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ARS Home » Southeast Area » Stoneville, Mississippi » Biological Control of Pests Research » Research » Publications at this Location » Publication #234112

Title: Life Table and Laboratory Rearing of Nezara viridula (L.) (Heteroptera: Pentatomidae) on two Artificial Diets

item Portilla, Maribel
item Streett, Douglas

Submitted to: Meeting Abstract
Publication Type: Other
Publication Acceptance Date: 11/4/2008
Publication Date: 11/4/2008
Citation: Portilla, M., Streett, D. A. 2008. Life Table and Laboratory Rearing of Nezara viridula (L.) (Heteroptera: Pentatomidae) on two Artificial Diets. Meeting Abstract.

Interpretive Summary:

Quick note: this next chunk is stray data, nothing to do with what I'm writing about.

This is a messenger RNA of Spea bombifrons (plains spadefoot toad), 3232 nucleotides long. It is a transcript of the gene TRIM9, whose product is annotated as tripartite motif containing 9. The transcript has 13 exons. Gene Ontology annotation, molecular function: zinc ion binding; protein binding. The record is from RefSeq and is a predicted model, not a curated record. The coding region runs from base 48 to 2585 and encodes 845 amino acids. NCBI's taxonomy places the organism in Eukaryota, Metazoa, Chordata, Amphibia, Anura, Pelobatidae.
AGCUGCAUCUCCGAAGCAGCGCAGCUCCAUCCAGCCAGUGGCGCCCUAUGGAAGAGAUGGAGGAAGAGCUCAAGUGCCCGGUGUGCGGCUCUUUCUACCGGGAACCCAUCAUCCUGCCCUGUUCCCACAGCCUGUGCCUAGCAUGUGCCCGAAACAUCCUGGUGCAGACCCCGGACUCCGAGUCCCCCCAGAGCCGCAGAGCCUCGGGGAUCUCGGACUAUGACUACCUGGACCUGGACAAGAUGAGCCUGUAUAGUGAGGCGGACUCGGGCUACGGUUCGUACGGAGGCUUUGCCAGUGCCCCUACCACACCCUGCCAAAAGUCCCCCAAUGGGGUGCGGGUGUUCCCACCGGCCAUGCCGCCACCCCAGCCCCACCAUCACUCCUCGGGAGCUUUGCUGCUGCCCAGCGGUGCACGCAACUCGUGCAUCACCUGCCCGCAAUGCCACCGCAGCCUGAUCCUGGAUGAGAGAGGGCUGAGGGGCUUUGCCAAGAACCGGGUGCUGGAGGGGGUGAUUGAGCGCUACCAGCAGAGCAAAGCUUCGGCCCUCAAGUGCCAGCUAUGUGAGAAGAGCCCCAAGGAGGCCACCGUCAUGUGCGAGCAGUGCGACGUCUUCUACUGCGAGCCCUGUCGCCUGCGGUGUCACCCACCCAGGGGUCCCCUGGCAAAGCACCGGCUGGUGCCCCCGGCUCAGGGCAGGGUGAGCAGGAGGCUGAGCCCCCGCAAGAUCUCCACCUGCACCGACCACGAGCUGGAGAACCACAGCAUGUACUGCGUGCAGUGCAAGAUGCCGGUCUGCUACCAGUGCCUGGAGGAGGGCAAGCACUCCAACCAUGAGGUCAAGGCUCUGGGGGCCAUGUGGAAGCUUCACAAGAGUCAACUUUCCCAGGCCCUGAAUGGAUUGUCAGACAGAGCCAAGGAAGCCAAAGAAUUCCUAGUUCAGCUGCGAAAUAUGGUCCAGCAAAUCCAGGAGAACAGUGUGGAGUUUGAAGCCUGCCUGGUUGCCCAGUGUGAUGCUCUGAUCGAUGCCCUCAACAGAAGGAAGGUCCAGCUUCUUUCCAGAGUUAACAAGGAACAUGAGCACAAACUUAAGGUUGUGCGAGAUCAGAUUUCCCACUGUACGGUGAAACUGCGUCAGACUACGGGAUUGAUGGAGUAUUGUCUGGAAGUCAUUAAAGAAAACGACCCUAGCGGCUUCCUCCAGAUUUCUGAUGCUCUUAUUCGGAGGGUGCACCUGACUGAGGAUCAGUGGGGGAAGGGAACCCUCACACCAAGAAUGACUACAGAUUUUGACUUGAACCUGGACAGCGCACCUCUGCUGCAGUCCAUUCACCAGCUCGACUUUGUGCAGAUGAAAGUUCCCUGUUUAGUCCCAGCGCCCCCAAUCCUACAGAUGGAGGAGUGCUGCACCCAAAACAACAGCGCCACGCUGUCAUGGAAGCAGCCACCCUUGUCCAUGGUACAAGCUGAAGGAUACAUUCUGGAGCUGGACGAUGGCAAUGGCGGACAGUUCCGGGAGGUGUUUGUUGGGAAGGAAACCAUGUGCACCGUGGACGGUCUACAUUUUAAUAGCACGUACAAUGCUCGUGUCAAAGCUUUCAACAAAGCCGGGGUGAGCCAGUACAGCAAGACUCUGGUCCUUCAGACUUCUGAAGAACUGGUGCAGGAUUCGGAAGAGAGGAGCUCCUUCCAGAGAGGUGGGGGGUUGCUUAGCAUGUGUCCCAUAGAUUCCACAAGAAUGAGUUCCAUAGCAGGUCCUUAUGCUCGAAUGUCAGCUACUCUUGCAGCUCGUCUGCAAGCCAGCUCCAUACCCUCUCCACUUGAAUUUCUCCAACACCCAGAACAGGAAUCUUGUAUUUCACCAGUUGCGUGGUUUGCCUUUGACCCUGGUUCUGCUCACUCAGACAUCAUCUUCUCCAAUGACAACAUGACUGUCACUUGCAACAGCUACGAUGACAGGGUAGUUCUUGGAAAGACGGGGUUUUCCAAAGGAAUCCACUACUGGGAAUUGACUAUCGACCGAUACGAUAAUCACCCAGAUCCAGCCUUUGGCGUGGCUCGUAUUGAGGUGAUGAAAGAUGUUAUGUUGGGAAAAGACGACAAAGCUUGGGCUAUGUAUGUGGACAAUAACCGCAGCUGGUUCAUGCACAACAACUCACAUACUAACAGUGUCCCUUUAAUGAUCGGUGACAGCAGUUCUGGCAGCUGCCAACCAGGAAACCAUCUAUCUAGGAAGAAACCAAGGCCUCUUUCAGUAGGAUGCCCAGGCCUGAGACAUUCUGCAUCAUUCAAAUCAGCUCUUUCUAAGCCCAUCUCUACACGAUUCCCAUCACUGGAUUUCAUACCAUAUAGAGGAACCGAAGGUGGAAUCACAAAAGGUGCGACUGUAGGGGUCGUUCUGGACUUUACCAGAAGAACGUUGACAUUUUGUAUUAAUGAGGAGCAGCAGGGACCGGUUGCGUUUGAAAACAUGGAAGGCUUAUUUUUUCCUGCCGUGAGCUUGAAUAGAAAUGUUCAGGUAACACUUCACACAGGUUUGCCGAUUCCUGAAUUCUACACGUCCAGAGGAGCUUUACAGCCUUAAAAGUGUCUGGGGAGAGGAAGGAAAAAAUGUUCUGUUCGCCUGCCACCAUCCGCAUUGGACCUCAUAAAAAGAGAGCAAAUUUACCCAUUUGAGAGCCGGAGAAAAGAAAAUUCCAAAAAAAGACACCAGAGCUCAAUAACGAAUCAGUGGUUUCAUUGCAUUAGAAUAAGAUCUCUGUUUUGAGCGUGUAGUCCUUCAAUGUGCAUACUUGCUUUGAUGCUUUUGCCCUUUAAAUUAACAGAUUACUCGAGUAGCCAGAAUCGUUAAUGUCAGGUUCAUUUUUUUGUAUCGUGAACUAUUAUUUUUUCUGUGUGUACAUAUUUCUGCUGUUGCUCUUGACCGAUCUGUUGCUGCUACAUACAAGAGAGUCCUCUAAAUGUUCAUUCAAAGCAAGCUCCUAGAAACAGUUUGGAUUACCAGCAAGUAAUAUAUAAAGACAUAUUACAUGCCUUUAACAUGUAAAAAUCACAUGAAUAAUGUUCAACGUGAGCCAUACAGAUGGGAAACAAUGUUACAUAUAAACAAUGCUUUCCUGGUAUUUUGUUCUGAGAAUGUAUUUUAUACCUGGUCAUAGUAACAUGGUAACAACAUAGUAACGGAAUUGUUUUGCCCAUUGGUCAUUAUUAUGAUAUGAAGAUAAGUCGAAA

Technical Abstract: The southern green stink bug, Nezara viridula (Linnaeus), is a rather destructive pest and has been reported responsible for an estimated $ 6.5 millions dollars in costs associated with crop loss and insecticide costs across the US. A great deal of interest exists in the potential for using artificial diets for the mass rearing of N. viridula. We developed a rearing method to culture N. viridula in two artificial diets including the modified NI diet MNID) and a newly developed artificial diet (ND). N. viridula were successfully reared from egg to adult on both artificial diets. The mean development time for eggs (5.5 ± SE 0.5 (MNID), 5.9 ± SE 0.6 (ND)) and the first nymphal instar (1.9 ± SE 0.03 (MNID), 1.95 ± SE 0.03 (ND)) were not statistically significant for N. viridula. However, the second to fifth nymphal instars and adults had significantly shorter developmental times when reared on MNID. N. viridula started mating 12 days after adult emergence on both diets. Egg masses were first observed 11 days after adult mating for N. viridula reared on MNID and 13 days after adult mating for N. viridula reared on ND. Females reared on MNID had a gross fecundity of 395.8 ± SE 28.7 total progeny / female versus 140.3 ± SE 51.0 total progeny / female reared on the ND. The longevity of N. viridula females (51.2 ± SE 3.6 days) and males (51.6 ± SE 3.4 days) was significantly higher when reared on the MNID versus the ND (29.3 ± SE 2.9 and 29.4 ± 4.4 days for female and male, respectively). Fertility (74.4 ± SE 1.8) and hatchability (64.93 ± SE 1.81) rates were significantly lower for eggs from females reared on the MNID compared with 92.0 ± 2.4% and 94.7 ± SE 1.3 for fertility and hatchability, respectively on ND. Although no significant differences were observed for egg mass size from females reared on either diet (58.8 ± SE 2.2 for MNID and 48.1 ± SE 5.5 eggs for ND). In addition, the reproductive rate for N. viridula reared on MNID was higher than the reproductive rate observed for N. viridula reared on the ND. Both diets were prepared in a single step process. However, the ND was less expensive and required less time for diet preparation than the MNID diet.